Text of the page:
For Dr. Luca Quagliata, senior director at the University Hospital of Basel’s Institute for Medical Genetics and Pathology, R&D unit, Sanger sequencing with the SeqStudio Genetic Analyzer performs a valuable and readily identifiable role in translational research. Even with next-generation sequencing (NGS) instruments readily available, Quagliata finds it easy to know when to place Sanger sequencing in his molecular research workflows.
“For example,” he says, “what is the question that needs to be answered? How big is the sample itself?” According to Quagliata, if researchers are only interested in a small number of genes, or if the starting sample size is small, then Sanger is the best method.
Not only does his clinical research involve genomic profiling of individual tumors, but he also has to obtain valid results from challenging starting materials. His study samples now include cytology from fine needle aspirates, formalin-fixed paraffin embedded tissues and liquid biopsy, which are generally much smaller in volume. Quagliata finds that SeqStudio Sanger sequencing performs well with these clinical research materials with limited genomic material available.
As a translational medicine research–oriented laboratory, the R&D unit supports the University Hospital of Basel’s research into clinical cancer management. For the last two years, molecular profiling carried out in the unit has aided research into tumor characteristics that can predict therapeutic success. By collecting as much data as possible on tumors at all stages of the disease, researchers have been able to build a library that associates specific molecular variants with drug sensitivity. Results from these research studies may help clinicians when they perform diagnostic work for individual patients to find drugs that are more likely to halt their cancer.
Precision medicine, also known as personalized medicine, can use the vast clinical databases generated from population studies that catalog disease risk factors, development and variation. In a disease like cancer, drilling down to the molecular profile of the tumor itself helps determine pathogenesis toward malignancy and metastatic spread. In turn, this shows therapeutic targets for drug development that could switch off the disease. The desired end result is effective therapeutic management, with fewer side effects, tailored to the individual patient.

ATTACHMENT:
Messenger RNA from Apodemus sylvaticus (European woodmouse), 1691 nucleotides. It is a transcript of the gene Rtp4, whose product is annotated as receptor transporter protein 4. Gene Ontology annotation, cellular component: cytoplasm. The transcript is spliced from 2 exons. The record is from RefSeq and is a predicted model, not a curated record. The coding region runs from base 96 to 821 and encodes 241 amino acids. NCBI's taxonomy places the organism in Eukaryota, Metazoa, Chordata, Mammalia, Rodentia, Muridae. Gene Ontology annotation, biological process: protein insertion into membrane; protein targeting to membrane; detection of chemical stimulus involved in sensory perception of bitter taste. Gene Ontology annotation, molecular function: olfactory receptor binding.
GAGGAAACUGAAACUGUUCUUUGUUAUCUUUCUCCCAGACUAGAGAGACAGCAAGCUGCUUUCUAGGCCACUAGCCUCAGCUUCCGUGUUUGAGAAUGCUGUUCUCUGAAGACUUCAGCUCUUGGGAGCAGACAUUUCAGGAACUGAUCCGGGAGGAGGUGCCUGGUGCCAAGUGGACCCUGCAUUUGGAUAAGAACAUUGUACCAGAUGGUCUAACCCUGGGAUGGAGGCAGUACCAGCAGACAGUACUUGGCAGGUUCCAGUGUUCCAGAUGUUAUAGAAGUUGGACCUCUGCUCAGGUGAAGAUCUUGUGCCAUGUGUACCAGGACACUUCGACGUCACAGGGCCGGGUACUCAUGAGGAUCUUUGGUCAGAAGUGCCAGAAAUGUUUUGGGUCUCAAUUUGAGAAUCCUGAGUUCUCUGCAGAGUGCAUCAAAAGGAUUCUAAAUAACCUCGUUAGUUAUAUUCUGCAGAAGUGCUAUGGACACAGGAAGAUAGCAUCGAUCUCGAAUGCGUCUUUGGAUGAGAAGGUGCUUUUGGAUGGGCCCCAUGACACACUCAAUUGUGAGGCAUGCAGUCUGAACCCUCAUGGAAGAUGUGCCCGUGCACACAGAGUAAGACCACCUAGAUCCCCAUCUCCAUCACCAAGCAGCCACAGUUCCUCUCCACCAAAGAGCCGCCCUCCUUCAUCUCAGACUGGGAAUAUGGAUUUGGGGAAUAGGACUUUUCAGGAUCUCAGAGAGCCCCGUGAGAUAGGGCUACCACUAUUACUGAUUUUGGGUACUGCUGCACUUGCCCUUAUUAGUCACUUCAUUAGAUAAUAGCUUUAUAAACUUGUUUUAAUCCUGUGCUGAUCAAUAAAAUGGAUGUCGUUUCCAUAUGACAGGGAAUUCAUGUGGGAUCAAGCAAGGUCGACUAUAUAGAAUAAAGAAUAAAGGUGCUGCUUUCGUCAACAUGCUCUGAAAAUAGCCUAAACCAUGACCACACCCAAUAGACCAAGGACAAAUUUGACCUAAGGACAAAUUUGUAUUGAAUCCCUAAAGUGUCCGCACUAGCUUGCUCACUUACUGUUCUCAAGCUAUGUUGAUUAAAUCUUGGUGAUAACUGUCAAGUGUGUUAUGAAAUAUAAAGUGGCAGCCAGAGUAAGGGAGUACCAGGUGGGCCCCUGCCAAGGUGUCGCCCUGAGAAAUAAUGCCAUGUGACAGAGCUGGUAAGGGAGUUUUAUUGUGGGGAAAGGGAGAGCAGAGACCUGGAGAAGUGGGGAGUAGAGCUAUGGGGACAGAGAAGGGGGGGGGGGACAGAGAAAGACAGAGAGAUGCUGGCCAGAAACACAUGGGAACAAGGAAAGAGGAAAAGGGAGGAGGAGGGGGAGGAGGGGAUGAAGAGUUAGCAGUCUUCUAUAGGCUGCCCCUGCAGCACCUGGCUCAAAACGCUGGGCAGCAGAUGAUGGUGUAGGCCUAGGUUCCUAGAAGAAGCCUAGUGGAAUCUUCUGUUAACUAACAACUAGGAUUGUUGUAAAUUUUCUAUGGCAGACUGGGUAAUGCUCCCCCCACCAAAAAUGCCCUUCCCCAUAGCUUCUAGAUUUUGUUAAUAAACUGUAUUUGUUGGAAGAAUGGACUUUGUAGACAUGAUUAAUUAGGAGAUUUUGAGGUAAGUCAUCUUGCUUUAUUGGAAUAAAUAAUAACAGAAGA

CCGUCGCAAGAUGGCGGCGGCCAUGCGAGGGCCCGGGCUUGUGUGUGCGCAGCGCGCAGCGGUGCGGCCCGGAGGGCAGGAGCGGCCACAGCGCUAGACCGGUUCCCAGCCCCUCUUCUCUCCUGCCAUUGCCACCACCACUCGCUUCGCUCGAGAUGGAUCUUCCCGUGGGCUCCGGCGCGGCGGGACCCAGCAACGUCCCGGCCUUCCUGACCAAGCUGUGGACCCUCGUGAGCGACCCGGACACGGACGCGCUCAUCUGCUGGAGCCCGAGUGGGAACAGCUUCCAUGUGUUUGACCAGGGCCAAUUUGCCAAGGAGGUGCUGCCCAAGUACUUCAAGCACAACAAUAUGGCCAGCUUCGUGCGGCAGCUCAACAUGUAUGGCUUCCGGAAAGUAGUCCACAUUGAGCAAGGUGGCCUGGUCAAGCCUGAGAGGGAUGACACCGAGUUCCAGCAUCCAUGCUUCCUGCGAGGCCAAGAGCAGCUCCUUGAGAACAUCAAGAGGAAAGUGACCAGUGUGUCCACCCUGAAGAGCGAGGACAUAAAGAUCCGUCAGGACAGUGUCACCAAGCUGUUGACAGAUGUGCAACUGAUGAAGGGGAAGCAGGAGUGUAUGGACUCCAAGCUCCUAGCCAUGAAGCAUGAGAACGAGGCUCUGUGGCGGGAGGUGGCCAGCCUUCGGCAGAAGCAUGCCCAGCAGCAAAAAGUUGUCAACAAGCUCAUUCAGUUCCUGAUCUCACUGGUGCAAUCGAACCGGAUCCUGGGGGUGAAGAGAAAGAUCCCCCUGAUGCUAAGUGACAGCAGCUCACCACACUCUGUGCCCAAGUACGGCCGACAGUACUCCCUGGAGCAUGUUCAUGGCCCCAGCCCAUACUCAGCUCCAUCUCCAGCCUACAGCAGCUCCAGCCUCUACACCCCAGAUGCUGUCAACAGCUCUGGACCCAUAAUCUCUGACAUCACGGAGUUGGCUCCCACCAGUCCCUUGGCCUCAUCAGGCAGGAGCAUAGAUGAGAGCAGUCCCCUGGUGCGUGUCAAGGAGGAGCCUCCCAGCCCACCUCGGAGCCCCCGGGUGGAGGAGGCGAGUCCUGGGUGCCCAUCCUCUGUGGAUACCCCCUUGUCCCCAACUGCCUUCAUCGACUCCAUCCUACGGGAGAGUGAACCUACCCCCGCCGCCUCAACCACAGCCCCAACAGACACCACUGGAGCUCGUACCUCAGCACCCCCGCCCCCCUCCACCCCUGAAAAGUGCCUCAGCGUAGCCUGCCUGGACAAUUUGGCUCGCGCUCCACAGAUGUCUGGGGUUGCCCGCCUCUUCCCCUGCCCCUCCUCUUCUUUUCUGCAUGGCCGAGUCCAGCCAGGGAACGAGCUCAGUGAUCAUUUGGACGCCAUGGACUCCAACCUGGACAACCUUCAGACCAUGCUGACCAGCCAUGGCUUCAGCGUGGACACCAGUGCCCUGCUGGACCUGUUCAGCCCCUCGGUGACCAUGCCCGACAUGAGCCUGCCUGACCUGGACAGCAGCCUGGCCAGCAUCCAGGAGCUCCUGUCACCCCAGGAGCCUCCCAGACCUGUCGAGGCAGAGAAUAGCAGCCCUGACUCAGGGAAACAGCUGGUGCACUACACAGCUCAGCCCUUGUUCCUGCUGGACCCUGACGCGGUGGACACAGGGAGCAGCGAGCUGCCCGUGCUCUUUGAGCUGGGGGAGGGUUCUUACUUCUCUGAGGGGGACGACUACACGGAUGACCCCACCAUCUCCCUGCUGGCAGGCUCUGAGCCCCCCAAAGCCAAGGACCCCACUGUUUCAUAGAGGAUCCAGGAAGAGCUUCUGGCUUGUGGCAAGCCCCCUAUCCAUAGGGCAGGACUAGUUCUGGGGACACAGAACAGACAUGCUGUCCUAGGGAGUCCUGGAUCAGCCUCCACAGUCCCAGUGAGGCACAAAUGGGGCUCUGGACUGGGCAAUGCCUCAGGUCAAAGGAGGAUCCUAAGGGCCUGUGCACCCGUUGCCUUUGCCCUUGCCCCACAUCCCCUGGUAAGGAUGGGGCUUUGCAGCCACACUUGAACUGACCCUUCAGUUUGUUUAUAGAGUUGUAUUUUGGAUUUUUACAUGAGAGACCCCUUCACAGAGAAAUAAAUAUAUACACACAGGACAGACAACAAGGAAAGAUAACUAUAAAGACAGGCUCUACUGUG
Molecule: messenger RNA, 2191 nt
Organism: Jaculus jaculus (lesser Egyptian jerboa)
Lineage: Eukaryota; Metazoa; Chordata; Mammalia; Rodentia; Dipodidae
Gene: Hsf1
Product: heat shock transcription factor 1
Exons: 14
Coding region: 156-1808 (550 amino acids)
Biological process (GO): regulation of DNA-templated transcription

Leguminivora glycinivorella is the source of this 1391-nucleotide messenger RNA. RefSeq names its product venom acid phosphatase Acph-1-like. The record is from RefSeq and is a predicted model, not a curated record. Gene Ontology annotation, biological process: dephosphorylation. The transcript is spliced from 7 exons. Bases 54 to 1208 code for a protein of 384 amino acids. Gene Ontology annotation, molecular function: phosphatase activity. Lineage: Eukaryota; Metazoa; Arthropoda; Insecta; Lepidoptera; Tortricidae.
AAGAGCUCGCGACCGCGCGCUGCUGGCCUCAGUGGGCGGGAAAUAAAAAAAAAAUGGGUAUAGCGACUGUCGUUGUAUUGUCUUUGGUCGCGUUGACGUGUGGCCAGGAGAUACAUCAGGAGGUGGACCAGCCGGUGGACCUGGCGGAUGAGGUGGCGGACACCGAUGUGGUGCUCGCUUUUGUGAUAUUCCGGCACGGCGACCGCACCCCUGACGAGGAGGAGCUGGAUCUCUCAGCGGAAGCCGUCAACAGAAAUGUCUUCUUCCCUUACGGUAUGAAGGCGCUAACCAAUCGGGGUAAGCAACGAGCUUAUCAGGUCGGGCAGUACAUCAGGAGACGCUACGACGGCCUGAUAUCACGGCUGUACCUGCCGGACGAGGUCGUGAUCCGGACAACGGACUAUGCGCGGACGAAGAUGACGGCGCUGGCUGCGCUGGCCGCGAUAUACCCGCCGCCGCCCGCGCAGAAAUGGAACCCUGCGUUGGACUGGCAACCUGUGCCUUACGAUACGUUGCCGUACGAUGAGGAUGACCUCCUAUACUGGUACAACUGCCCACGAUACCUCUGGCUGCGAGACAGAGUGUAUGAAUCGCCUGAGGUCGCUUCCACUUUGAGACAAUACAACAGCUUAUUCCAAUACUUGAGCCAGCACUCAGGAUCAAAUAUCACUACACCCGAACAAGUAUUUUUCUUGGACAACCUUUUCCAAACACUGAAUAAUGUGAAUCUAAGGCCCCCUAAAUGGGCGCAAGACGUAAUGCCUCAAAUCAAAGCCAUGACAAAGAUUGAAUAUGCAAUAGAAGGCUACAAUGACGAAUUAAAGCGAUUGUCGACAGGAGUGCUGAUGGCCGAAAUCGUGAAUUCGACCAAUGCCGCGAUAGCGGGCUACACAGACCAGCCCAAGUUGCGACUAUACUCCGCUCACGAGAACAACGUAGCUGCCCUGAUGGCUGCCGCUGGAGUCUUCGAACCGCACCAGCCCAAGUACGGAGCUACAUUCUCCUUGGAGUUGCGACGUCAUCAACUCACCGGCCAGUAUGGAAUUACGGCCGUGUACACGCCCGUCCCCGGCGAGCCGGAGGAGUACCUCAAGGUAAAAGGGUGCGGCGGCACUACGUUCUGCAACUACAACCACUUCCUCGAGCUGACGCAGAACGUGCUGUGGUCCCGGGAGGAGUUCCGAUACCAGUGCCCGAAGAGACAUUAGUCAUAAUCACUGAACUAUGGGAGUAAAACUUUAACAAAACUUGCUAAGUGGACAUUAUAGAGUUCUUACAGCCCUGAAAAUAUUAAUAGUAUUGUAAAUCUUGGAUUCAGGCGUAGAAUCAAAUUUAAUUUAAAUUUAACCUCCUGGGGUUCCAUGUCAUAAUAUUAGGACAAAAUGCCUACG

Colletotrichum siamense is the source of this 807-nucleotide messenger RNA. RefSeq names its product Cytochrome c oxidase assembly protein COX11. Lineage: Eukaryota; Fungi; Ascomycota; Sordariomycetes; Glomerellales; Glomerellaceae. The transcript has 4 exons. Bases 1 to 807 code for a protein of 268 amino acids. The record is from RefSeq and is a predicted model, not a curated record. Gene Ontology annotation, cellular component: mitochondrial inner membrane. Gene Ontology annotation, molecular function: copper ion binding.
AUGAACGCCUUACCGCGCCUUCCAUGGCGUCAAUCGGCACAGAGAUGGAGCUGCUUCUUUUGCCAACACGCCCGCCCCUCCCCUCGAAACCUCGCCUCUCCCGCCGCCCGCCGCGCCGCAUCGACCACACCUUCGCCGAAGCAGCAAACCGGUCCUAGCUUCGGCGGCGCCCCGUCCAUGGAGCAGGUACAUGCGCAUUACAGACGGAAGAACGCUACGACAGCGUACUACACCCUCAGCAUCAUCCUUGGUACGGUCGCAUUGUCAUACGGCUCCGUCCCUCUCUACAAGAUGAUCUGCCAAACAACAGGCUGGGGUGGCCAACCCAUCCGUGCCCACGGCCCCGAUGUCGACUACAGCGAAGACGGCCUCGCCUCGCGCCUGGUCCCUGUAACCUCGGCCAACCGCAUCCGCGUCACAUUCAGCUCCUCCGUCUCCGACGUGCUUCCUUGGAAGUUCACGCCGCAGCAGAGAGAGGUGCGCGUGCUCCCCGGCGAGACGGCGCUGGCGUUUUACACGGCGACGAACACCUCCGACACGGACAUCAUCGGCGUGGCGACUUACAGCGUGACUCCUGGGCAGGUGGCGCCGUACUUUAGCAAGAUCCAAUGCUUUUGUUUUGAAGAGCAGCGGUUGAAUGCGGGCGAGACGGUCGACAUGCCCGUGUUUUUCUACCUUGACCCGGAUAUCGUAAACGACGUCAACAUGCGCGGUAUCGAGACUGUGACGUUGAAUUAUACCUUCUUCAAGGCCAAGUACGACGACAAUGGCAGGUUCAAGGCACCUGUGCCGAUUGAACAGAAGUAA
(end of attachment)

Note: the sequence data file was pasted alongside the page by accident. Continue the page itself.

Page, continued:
Quagliata’s unit works collaboratively with the hospital’s diagnostics division, looking to move new technology beyond research. His team uses clinical research samples to examine, identify and catalog molecular aberrations within tumor tissues to build up profiles showing clinically relevant genomic mutations that might be useful in future diagnostic panels.
“With limited sample size and a clear clinical question, Sanger is still the choice,” he says, explaining that where samples contain less than 20% tumor cell content, NGS struggles to perform as well without further microdissection or selective preparation. The unit also uses SeqStudio Sanger sequencing to verify rare variants and data from NGS.
In addition to investigating small-volume biopsy samples with limited genomic materials, Quagliata still finds Sanger sequencing appropriate in other applications. Although NGS covers multigene analysis with ease and is suitable for high-throughput multiplexing, Sanger sequencing still remains the gold standard after 40 years. Quagliata suggests that for research questions that require analysis of only a few amplicons, Sanger sequencing offers a low-throughput approach that is easy to set up, has a faster workflow and is cost efficient.
The SeqStudio capillary electrophoresis (CE) instruments fits well in Quagliata’s laboratory. He is a longtime user of Applied Biosystems CE equipment for molecular analysis, citing reliability, practicality, results validity and ease of use.
“What we really like is that the machine is extremely simple,” explains Quagliata. “Not simple as in just doing simple things, but that it does extremely complicated things in a very easy manner.” This simplicity has allowed the unit to integrate the system quickly into its portfolio of technology and instruments to good effect.
Quagliata and his lab have had good results from the instrument. First, they compared results obtained from the new instrument with those from previous analyses. The results showed very high concordance, more than 99% as verified by the Swiss national laboratory accreditation scheme, and good performance. The team also compared tumor profiles from Sanger and NGS analysis; the results showed similar distributions of driver mutations by each method.
Quagliata also appreciates SeqStudio’s flexibility, citing the new cartridge system for economic reagent handling, connectivity for remote access and fast operation. He also sees its versatility as a benefit. Currently running the RAS Research Assay, Quagliata looks ahead to using the SeqStudio for microsatellite instability and fragment analysis, clonality evaluation, and detection of specific deletions.
SeqStudio is for research use only. Not for use in diagnostic procedures.